One last piece of the hike was a very cool look at a feeding white-tailed ptarmigan. Ptarmigan are notoriously “fearless” of humans (some describe it as stupidity), so this guy had little problem with us approaching him. He waddled around and ate snow an picked at willows. They are incredibly beautiful in the winter! But I imagine this bird will be molting to his summer brown soon 🙂
This posting is my second piece in my ‘reflection’ posts. These posts are meant to bring past adventure to life. I hope it does.
It may be inevitable that solo-hiking 20 miles over the Presidential Range and camping between coffin-shaped rocks at 5000 feet under a blue moon is memorable.On August 30, 2012 I started over the Presidential Range (http://upload.wikimedia.org/wikipedia/commons/9/94/NHpresidentials.JPG). I began at Mount Madison and headed up the Airline trail. The last time I had been on Madison was in the dead of winter. A friend and I were attempting the traverse on January 16th. Conditions held us back and I lost a toe-nail to frostbite. So, there was certainly some meaning and caution for me as I ascended Madison on that warm, August day. On this day, the views never stopped. Large puffy clouds drifted overhead, and occasional hikers which either passed me or passed by me were of the same cheerful outlook : it was a good day.
After clambering up Madison and over Adams I reached the approximate half-way of the trip in in a saddle between Adams and Jefferson. At the time I was at about 5,000 feet. I scouted around for a place to camp for the night. My plan was to simply lay out in an low-impact area on top of the mountain. I found my ideal spot between two larger boulders. As I reasoned there was no plant vegetation to trample and and the boulders would provide considerable shelter from the winds which can arise at any time in the White Mountains. Until 2010 Mount Washington held the records for the highest, directly measured wind gust on earth. 231 mph! The bounder crevasse tapered out to fit my shoulders and down to fit my feet. It was just over 6 feet long and had a flat rocks between it. Certainly, it didn’t slip my mind that I was crawling into a boulder coffin. At least it wasn’t premonition.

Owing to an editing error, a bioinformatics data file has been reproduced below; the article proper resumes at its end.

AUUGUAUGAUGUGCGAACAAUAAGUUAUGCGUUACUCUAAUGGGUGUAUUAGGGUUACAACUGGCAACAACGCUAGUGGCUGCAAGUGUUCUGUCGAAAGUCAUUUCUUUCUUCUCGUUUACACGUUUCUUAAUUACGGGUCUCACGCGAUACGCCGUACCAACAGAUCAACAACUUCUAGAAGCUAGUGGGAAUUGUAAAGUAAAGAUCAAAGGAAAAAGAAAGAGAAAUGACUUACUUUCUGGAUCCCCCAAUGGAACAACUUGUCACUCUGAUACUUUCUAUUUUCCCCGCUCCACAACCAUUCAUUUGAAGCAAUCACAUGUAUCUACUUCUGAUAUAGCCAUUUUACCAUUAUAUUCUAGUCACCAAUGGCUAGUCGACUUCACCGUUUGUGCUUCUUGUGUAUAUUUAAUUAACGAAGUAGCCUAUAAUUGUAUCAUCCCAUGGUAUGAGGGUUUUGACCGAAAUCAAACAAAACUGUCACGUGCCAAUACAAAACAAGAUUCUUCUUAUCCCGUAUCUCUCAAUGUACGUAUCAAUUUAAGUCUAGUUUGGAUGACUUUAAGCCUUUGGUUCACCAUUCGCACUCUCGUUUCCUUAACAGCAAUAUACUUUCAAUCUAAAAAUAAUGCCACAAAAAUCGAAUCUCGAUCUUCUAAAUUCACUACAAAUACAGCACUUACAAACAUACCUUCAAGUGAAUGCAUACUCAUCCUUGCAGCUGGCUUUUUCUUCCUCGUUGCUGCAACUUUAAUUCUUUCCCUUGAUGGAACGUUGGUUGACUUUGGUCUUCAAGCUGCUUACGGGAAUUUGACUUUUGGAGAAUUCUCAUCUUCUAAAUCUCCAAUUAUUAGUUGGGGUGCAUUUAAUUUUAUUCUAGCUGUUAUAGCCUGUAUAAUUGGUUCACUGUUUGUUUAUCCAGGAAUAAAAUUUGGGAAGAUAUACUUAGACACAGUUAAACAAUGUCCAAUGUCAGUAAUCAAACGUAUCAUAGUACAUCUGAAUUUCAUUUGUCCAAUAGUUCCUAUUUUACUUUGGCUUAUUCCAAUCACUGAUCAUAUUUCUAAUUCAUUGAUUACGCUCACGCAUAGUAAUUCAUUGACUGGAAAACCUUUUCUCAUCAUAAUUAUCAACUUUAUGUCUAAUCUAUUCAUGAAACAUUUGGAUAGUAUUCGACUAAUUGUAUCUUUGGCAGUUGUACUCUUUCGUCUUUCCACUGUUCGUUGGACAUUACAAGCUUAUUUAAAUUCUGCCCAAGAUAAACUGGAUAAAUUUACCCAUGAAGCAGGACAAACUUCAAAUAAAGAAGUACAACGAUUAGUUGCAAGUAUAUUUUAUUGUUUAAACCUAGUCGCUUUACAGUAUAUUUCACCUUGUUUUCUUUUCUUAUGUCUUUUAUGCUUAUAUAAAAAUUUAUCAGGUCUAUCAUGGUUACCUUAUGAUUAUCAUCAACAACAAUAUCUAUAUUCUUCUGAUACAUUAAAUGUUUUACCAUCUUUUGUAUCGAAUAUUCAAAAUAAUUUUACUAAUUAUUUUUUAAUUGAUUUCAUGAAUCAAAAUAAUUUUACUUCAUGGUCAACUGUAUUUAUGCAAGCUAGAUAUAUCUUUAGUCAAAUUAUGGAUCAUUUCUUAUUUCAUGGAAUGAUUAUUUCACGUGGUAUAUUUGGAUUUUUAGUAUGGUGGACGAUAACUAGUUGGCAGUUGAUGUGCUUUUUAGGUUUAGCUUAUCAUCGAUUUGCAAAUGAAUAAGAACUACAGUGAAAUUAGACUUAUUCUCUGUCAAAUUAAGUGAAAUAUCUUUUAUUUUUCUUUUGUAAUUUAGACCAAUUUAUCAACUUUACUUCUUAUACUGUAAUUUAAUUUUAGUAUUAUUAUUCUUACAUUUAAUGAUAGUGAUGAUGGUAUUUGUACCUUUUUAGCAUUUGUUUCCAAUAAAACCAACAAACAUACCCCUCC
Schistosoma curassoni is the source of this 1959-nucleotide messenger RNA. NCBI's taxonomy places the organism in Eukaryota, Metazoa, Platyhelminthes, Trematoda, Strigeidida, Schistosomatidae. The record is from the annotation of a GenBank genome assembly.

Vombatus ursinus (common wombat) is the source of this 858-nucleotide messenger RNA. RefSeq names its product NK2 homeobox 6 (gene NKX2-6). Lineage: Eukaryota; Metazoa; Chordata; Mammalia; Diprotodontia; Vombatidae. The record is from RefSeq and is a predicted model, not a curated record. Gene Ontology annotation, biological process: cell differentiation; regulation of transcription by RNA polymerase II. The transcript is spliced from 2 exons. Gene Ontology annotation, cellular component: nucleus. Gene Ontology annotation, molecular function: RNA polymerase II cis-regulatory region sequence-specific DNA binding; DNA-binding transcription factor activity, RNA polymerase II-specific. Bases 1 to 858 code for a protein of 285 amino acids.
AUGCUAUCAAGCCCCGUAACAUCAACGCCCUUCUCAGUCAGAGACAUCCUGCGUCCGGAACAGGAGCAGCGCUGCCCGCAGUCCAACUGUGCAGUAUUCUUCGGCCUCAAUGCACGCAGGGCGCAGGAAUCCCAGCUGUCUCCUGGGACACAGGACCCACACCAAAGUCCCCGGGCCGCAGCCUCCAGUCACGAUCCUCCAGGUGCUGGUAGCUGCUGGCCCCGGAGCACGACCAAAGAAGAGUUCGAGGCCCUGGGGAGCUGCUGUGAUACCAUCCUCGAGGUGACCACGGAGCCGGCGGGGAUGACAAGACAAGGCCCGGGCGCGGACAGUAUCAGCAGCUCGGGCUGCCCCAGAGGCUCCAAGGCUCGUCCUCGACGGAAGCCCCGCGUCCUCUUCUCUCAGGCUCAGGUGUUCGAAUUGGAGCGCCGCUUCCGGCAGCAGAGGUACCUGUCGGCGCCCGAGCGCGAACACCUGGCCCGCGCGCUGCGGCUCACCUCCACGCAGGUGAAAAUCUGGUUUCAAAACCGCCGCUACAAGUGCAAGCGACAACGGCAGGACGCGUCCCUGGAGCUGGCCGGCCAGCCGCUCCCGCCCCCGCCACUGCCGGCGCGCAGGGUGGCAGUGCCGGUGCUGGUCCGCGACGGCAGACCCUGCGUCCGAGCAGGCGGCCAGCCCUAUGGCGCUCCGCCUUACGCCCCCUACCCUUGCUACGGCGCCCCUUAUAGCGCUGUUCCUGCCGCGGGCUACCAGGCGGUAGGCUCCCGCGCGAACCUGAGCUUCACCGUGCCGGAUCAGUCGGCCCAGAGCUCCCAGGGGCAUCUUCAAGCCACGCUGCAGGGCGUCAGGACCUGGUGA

Supper on the summit was perfect. A hot meal of pesto tortellini and tea. I got to enjoy a magnificent sunset. As the final pieces of fire left the sky the lights of Conway and the city life were far below me. The big dipper was overhead. It was a relief that I was only able to watch the city life, no noise from the city made it up as far as my mountain saddle perch.
The final dregs of sunset
Conway, New Hampshire with the dipper overhead.
No sooner had the sunset disappeared, and the moon came up. I’ve seen a lot of moon rises in my life, but never one quite like this. Low hanging clouds on the horizon caused a nuclear reaction. The big blue moon lit up the landscape in a beautiful mushroom cloud of whites and yellows. Aided by the elevation you certainly could have read a book by its light. About 5 miles away as the crow flies the Mount Washington Observatory was lit like Zeus had just come home to Olympus. The stars still shone brightly overhead and all of the major constellations that I know could be seen. I sat and watched the moon and stars for a couple hours before finally crawling into my rocky coffin for the night.
When I awoke the next morning I was greeted by a distant fiery sunrise. However, the fog that mostly obscured the eastern sun was a living being. It shifted and blew through the canyons and valleys all around me quickly. It shifted like a flock of starlings and disappeared quickly before forming a new flock of water droplets. I got to enjoy this new mountain cover and think about the moon rise the previous night. It was such a change!
The rest of my hike was defined by wind and rain. Gone were the vistas, but the fun was now in the challenge of finishing the traverse in these less-than-ideal conditions. I summitted Washington, and headed down from there, abandoning a summit of Eisenhower due to the conditions.
This hike certainly stands out as the hike to beat for me. The chain of sun, sunset, stars, moon, and sunrise were incredible and dynamic. But, these legs of mine have a lot of adventure left in them so maybe, just maybe, there’s a chance.